A recent article written by Barb Darrow of GigaOm points to research by Nasuni, an enterprise storage management company, that found that a fifth of 1,300 business users surveyed said they use Dropbox to store and share business documents. Half of which don’t know it’s against the rules.
As someone guilty of occasionally working from a Dropbox account that’s not sanctioned by my company, this statistic doesn’t surprise me. Senior and C-level workers are mobile, more frequently working offsite from a coffee shop after a business meeting or late into the night from home. These are also the people who first introduced iPads and other personal devices into the office and wanted to integrate them within their corporate environments.
It also doesn’t surprise me that the graph indicates that IT professionals are most guilty of this practice—we are the ones who intimately know about all the hosted file sharing options and technologies like Dropbox.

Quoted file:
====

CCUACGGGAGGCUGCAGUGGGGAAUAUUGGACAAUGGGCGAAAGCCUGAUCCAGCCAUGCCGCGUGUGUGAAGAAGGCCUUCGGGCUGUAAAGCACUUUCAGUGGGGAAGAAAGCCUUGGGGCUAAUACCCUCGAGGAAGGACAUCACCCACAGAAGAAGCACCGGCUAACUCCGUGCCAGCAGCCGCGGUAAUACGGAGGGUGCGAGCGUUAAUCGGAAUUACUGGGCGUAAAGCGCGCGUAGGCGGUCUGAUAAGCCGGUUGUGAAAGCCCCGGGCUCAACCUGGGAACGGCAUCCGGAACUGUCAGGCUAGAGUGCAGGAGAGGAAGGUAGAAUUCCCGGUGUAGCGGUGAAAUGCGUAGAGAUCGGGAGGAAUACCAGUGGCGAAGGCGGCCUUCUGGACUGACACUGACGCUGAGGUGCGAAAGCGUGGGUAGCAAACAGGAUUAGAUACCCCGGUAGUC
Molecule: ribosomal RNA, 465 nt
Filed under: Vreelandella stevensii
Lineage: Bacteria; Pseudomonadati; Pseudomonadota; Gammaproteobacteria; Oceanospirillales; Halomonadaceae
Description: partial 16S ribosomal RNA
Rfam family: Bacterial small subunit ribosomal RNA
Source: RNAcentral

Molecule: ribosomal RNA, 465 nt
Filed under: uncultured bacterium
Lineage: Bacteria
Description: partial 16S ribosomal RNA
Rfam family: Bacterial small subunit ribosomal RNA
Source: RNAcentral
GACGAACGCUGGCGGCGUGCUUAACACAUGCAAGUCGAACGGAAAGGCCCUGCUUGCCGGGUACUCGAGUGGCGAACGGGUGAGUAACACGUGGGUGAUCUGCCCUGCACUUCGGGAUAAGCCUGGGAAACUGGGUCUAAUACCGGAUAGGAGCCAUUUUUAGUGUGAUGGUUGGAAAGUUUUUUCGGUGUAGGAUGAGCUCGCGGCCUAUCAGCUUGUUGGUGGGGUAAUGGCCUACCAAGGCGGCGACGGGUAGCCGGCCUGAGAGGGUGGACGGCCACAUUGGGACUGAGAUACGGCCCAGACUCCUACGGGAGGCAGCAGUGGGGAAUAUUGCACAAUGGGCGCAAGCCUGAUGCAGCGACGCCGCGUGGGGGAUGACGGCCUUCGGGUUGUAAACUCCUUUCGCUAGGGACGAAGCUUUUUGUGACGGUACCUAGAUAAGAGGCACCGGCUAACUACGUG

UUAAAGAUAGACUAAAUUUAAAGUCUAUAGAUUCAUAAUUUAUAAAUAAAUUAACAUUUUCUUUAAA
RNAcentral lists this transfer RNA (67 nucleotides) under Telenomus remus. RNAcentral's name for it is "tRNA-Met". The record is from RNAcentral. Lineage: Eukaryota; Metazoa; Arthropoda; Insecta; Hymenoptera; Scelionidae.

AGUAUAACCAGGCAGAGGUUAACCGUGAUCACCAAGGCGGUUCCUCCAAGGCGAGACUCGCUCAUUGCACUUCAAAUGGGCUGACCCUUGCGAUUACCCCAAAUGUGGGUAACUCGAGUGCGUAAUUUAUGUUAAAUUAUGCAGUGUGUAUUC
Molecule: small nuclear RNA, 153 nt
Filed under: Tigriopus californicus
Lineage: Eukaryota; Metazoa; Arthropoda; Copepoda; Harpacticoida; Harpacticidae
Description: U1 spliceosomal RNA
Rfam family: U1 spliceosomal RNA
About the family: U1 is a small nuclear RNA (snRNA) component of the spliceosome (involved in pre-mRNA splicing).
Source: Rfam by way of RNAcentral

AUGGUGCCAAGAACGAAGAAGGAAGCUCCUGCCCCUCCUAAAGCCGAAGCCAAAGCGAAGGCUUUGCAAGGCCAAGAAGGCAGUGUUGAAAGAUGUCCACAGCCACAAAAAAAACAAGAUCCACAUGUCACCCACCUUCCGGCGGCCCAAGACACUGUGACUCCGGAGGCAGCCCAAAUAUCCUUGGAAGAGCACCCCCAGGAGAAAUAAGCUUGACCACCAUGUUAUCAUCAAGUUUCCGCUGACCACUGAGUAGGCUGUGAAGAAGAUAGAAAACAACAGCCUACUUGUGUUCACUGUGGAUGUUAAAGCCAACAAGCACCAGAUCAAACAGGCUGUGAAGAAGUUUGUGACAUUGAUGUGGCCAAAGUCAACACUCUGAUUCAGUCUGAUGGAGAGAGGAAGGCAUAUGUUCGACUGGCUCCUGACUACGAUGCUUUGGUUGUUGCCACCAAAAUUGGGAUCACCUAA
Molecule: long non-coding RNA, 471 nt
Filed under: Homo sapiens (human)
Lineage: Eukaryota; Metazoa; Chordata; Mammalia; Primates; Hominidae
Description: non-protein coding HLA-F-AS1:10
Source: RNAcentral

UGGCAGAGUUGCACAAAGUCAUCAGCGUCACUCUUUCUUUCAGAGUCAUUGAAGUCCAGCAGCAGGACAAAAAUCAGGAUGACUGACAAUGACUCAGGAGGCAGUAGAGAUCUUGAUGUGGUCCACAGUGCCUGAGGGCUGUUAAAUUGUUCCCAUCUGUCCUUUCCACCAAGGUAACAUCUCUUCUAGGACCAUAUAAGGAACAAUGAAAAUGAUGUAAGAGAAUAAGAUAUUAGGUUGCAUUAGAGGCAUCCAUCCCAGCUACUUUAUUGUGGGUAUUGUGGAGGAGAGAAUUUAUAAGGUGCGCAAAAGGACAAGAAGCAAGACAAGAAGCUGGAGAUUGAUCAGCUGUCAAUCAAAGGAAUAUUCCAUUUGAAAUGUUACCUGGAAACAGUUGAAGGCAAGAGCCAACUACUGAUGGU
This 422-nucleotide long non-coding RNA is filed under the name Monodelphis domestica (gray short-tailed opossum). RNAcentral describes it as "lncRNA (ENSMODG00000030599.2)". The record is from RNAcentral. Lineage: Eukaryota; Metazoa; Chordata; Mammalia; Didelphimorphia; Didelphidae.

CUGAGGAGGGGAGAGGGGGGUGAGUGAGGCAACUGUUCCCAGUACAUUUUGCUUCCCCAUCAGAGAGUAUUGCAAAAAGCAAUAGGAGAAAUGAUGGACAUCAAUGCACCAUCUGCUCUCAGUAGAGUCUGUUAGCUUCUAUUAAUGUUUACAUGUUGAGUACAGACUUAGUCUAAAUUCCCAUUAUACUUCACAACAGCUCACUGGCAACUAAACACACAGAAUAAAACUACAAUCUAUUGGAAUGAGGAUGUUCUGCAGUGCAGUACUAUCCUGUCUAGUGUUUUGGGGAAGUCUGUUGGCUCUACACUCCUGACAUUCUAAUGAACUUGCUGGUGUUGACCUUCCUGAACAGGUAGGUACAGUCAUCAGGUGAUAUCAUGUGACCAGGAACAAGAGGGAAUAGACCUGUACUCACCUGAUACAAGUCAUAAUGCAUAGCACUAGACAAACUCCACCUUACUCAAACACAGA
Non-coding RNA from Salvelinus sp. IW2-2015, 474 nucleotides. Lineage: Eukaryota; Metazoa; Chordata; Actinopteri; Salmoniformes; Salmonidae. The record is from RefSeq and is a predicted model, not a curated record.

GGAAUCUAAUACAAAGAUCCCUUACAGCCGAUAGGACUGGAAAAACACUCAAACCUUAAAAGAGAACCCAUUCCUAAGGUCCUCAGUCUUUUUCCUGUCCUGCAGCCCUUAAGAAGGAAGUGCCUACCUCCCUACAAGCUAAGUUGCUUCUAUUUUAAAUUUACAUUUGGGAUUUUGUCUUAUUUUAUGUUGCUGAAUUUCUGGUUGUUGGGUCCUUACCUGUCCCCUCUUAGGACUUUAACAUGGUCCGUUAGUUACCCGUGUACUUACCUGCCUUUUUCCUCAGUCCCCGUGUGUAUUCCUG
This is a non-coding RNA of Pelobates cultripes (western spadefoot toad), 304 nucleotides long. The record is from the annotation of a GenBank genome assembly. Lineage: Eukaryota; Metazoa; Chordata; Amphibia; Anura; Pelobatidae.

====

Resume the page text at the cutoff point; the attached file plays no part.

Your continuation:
IT professionals are also the employees who should know better. We’ve talked on the blog before about the risks associated with using a hosted file sharing service in the office. Specifically, you quickly run into security and data-management issues when using a hosted service, i.e., an employee leaves your company and takes any local copies of company files that live on that employee’s personal laptop and/or home computer with him or her.
As a business owner, you need to be at least aware of these risks and make sure your employees understand the rules and policies that you have in place to protect sensitive company documents. Explain why you these rules exist, and how they help protect the employee and health of the company as a whole.
If you have questions about file sharing within your business, check out our best practices here.
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